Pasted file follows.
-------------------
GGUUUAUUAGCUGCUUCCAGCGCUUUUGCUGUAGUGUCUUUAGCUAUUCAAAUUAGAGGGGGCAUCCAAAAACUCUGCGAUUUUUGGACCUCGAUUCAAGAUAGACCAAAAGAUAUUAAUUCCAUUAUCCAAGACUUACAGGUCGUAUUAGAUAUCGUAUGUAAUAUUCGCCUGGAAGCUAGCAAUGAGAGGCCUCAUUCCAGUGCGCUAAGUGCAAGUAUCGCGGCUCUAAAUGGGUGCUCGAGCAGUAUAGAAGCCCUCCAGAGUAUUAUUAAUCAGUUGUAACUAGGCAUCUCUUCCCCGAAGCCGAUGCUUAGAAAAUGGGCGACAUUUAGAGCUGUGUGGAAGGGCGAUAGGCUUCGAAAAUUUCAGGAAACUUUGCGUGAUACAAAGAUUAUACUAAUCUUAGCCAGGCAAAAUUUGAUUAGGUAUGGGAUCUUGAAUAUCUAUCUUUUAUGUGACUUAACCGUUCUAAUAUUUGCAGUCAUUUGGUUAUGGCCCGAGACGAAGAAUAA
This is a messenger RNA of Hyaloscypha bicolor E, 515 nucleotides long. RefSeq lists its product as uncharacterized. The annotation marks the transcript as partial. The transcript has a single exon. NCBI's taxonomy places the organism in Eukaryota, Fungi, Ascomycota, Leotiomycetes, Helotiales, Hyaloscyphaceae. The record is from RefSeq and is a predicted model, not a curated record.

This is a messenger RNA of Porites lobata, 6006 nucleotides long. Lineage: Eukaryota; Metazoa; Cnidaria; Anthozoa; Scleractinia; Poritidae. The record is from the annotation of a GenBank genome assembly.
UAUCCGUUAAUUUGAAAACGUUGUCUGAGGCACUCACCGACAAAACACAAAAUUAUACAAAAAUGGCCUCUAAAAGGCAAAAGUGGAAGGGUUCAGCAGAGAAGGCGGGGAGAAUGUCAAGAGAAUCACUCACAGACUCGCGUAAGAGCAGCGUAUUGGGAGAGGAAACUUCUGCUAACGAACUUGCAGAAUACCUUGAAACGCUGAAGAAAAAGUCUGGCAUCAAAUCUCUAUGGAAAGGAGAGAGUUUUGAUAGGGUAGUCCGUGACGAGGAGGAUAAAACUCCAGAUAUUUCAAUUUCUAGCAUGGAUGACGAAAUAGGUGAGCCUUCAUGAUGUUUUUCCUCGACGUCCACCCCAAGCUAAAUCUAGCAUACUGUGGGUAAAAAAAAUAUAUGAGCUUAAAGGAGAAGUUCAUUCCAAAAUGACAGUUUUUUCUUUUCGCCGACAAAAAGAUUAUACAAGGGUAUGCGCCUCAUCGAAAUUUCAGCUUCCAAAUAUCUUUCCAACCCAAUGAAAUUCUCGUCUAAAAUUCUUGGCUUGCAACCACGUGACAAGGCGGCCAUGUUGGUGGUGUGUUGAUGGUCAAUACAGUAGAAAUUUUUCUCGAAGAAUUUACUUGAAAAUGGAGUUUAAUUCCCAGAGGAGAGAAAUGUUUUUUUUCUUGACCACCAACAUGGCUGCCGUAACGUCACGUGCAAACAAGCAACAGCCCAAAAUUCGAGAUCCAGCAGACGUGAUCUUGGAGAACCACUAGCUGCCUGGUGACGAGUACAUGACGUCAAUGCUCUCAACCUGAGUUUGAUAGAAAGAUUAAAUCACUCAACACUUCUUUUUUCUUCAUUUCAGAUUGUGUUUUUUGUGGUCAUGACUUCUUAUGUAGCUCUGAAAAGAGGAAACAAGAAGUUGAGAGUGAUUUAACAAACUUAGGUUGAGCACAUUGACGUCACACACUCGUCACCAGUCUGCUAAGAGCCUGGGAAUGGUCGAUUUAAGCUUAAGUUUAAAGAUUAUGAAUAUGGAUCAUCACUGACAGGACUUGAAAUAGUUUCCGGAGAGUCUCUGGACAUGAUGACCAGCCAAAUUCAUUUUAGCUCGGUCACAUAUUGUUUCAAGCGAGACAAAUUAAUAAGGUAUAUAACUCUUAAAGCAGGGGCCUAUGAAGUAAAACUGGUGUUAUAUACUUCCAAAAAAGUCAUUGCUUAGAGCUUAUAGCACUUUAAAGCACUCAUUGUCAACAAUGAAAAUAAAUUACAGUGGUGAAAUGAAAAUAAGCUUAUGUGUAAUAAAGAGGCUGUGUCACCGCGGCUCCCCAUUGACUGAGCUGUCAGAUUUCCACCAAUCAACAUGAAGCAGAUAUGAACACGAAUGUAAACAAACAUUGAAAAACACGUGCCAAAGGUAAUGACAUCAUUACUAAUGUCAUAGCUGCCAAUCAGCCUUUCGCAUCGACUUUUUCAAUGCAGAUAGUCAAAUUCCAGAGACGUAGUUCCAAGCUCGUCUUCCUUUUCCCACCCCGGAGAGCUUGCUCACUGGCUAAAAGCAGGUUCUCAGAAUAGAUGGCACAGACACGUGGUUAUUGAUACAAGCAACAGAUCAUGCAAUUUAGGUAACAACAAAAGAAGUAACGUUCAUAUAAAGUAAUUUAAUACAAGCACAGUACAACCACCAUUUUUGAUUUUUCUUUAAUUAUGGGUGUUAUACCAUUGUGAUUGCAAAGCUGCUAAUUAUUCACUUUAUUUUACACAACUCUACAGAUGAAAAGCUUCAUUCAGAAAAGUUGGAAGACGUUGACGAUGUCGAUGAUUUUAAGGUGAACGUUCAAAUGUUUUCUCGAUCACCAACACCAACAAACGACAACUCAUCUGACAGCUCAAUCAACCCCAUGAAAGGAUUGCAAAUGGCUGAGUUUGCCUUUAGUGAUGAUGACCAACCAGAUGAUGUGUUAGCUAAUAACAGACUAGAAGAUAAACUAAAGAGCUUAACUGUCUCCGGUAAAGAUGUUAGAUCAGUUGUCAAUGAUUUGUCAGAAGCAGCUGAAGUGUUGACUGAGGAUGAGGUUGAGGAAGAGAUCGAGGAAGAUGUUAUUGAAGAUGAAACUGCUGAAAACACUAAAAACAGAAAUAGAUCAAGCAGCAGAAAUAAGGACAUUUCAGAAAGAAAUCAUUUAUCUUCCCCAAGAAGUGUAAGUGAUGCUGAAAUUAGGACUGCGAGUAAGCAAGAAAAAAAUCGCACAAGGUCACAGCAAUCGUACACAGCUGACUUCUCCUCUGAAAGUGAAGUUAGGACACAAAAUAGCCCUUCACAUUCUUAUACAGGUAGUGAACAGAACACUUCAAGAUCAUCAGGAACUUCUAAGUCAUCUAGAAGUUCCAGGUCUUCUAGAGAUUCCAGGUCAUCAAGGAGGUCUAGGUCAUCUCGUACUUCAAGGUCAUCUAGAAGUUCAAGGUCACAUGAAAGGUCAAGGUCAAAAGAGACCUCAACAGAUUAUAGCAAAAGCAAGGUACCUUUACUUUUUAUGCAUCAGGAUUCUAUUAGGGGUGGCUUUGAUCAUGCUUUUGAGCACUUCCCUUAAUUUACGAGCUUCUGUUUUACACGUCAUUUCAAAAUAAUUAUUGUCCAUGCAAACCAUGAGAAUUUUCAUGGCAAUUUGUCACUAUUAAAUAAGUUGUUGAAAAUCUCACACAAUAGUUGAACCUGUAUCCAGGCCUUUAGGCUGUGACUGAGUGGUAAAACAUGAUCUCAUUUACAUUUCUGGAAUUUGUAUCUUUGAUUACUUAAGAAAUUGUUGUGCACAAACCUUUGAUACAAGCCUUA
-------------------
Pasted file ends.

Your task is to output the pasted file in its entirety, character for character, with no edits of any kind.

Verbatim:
GGUUUAUUAGCUGCUUCCAGCGCUUUUGCUGUAGUGUCUUUAGCUAUUCAAAUUAGAGGGGGCAUCCAAAAACUCUGCGAUUUUUGGACCUCGAUUCAAGAUAGACCAAAAGAUAUUAAUUCCAUUAUCCAAGACUUACAGGUCGUAUUAGAUAUCGUAUGUAAUAUUCGCCUGGAAGCUAGCAAUGAGAGGCCUCAUUCCAGUGCGCUAAGUGCAAGUAUCGCGGCUCUAAAUGGGUGCUCGAGCAGUAUAGAAGCCCUCCAGAGUAUUAUUAAUCAGUUGUAACUAGGCAUCUCUUCCCCGAAGCCGAUGCUUAGAAAAUGGGCGACAUUUAGAGCUGUGUGGAAGGGCGAUAGGCUUCGAAAAUUUCAGGAAACUUUGCGUGAUACAAAGAUUAUACUAAUCUUAGCCAGGCAAAAUUUGAUUAGGUAUGGGAUCUUGAAUAUCUAUCUUUUAUGUGACUUAACCGUUCUAAUAUUUGCAGUCAUUUGGUUAUGGCCCGAGACGAAGAAUAA
This is a messenger RNA of Hyaloscypha bicolor E, 515 nucleotides long. RefSeq lists its product as uncharacterized. The annotation marks the transcript as partial. The transcript has a single exon. NCBI's taxonomy places the organism in Eukaryota, Fungi, Ascomycota, Leotiomycetes, Helotiales, Hyaloscyphaceae. The record is from RefSeq and is a predicted model, not a curated record.

This is a messenger RNA of Porites lobata, 6006 nucleotides long. Lineage: Eukaryota; Metazoa; Cnidaria; Anthozoa; Scleractinia; Poritidae. The record is from the annotation of a GenBank genome assembly.
UAUCCGUUAAUUUGAAAACGUUGUCUGAGGCACUCACCGACAAAACACAAAAUUAUACAAAAAUGGCCUCUAAAAGGCAAAAGUGGAAGGGUUCAGCAGAGAAGGCGGGGAGAAUGUCAAGAGAAUCACUCACAGACUCGCGUAAGAGCAGCGUAUUGGGAGAGGAAACUUCUGCUAACGAACUUGCAGAAUACCUUGAAACGCUGAAGAAAAAGUCUGGCAUCAAAUCUCUAUGGAAAGGAGAGAGUUUUGAUAGGGUAGUCCGUGACGAGGAGGAUAAAACUCCAGAUAUUUCAAUUUCUAGCAUGGAUGACGAAAUAGGUGAGCCUUCAUGAUGUUUUUCCUCGACGUCCACCCCAAGCUAAAUCUAGCAUACUGUGGGUAAAAAAAAUAUAUGAGCUUAAAGGAGAAGUUCAUUCCAAAAUGACAGUUUUUUCUUUUCGCCGACAAAAAGAUUAUACAAGGGUAUGCGCCUCAUCGAAAUUUCAGCUUCCAAAUAUCUUUCCAACCCAAUGAAAUUCUCGUCUAAAAUUCUUGGCUUGCAACCACGUGACAAGGCGGCCAUGUUGGUGGUGUGUUGAUGGUCAAUACAGUAGAAAUUUUUCUCGAAGAAUUUACUUGAAAAUGGAGUUUAAUUCCCAGAGGAGAGAAAUGUUUUUUUUCUUGACCACCAACAUGGCUGCCGUAACGUCACGUGCAAACAAGCAACAGCCCAAAAUUCGAGAUCCAGCAGACGUGAUCUUGGAGAACCACUAGCUGCCUGGUGACGAGUACAUGACGUCAAUGCUCUCAACCUGAGUUUGAUAGAAAGAUUAAAUCACUCAACACUUCUUUUUUCUUCAUUUCAGAUUGUGUUUUUUGUGGUCAUGACUUCUUAUGUAGCUCUGAAAAGAGGAAACAAGAAGUUGAGAGUGAUUUAACAAACUUAGGUUGAGCACAUUGACGUCACACACUCGUCACCAGUCUGCUAAGAGCCUGGGAAUGGUCGAUUUAAGCUUAAGUUUAAAGAUUAUGAAUAUGGAUCAUCACUGACAGGACUUGAAAUAGUUUCCGGAGAGUCUCUGGACAUGAUGACCAGCCAAAUUCAUUUUAGCUCGGUCACAUAUUGUUUCAAGCGAGACAAAUUAAUAAGGUAUAUAACUCUUAAAGCAGGGGCCUAUGAAGUAAAACUGGUGUUAUAUACUUCCAAAAAAGUCAUUGCUUAGAGCUUAUAGCACUUUAAAGCACUCAUUGUCAACAAUGAAAAUAAAUUACAGUGGUGAAAUGAAAAUAAGCUUAUGUGUAAUAAAGAGGCUGUGUCACCGCGGCUCCCCAUUGACUGAGCUGUCAGAUUUCCACCAAUCAACAUGAAGCAGAUAUGAACACGAAUGUAAACAAACAUUGAAAAACACGUGCCAAAGGUAAUGACAUCAUUACUAAUGUCAUAGCUGCCAAUCAGCCUUUCGCAUCGACUUUUUCAAUGCAGAUAGUCAAAUUCCAGAGACGUAGUUCCAAGCUCGUCUUCCUUUUCCCACCCCGGAGAGCUUGCUCACUGGCUAAAAGCAGGUUCUCAGAAUAGAUGGCACAGACACGUGGUUAUUGAUACAAGCAACAGAUCAUGCAAUUUAGGUAACAACAAAAGAAGUAACGUUCAUAUAAAGUAAUUUAAUACAAGCACAGUACAACCACCAUUUUUGAUUUUUCUUUAAUUAUGGGUGUUAUACCAUUGUGAUUGCAAAGCUGCUAAUUAUUCACUUUAUUUUACACAACUCUACAGAUGAAAAGCUUCAUUCAGAAAAGUUGGAAGACGUUGACGAUGUCGAUGAUUUUAAGGUGAACGUUCAAAUGUUUUCUCGAUCACCAACACCAACAAACGACAACUCAUCUGACAGCUCAAUCAACCCCAUGAAAGGAUUGCAAAUGGCUGAGUUUGCCUUUAGUGAUGAUGACCAACCAGAUGAUGUGUUAGCUAAUAACAGACUAGAAGAUAAACUAAAGAGCUUAACUGUCUCCGGUAAAGAUGUUAGAUCAGUUGUCAAUGAUUUGUCAGAAGCAGCUGAAGUGUUGACUGAGGAUGAGGUUGAGGAAGAGAUCGAGGAAGAUGUUAUUGAAGAUGAAACUGCUGAAAACACUAAAAACAGAAAUAGAUCAAGCAGCAGAAAUAAGGACAUUUCAGAAAGAAAUCAUUUAUCUUCCCCAAGAAGUGUAAGUGAUGCUGAAAUUAGGACUGCGAGUAAGCAAGAAAAAAAUCGCACAAGGUCACAGCAAUCGUACACAGCUGACUUCUCCUCUGAAAGUGAAGUUAGGACACAAAAUAGCCCUUCACAUUCUUAUACAGGUAGUGAACAGAACACUUCAAGAUCAUCAGGAACUUCUAAGUCAUCUAGAAGUUCCAGGUCUUCUAGAGAUUCCAGGUCAUCAAGGAGGUCUAGGUCAUCUCGUACUUCAAGGUCAUCUAGAAGUUCAAGGUCACAUGAAAGGUCAAGGUCAAAAGAGACCUCAACAGAUUAUAGCAAAAGCAAGGUACCUUUACUUUUUAUGCAUCAGGAUUCUAUUAGGGGUGGCUUUGAUCAUGCUUUUGAGCACUUCCCUUAAUUUACGAGCUUCUGUUUUACACGUCAUUUCAAAAUAAUUAUUGUCCAUGCAAACCAUGAGAAUUUUCAUGGCAAUUUGUCACUAUUAAAUAAGUUGUUGAAAAUCUCACACAAUAGUUGAACCUGUAUCCAGGCCUUUAGGCUGUGACUGAGUGGUAAAACAUGAUCUCAUUUACAUUUCUGGAAUUUGUAUCUUUGAUUACUUAAGAAAUUGUUGUGCACAAACCUUUGAUACAAGCCUUA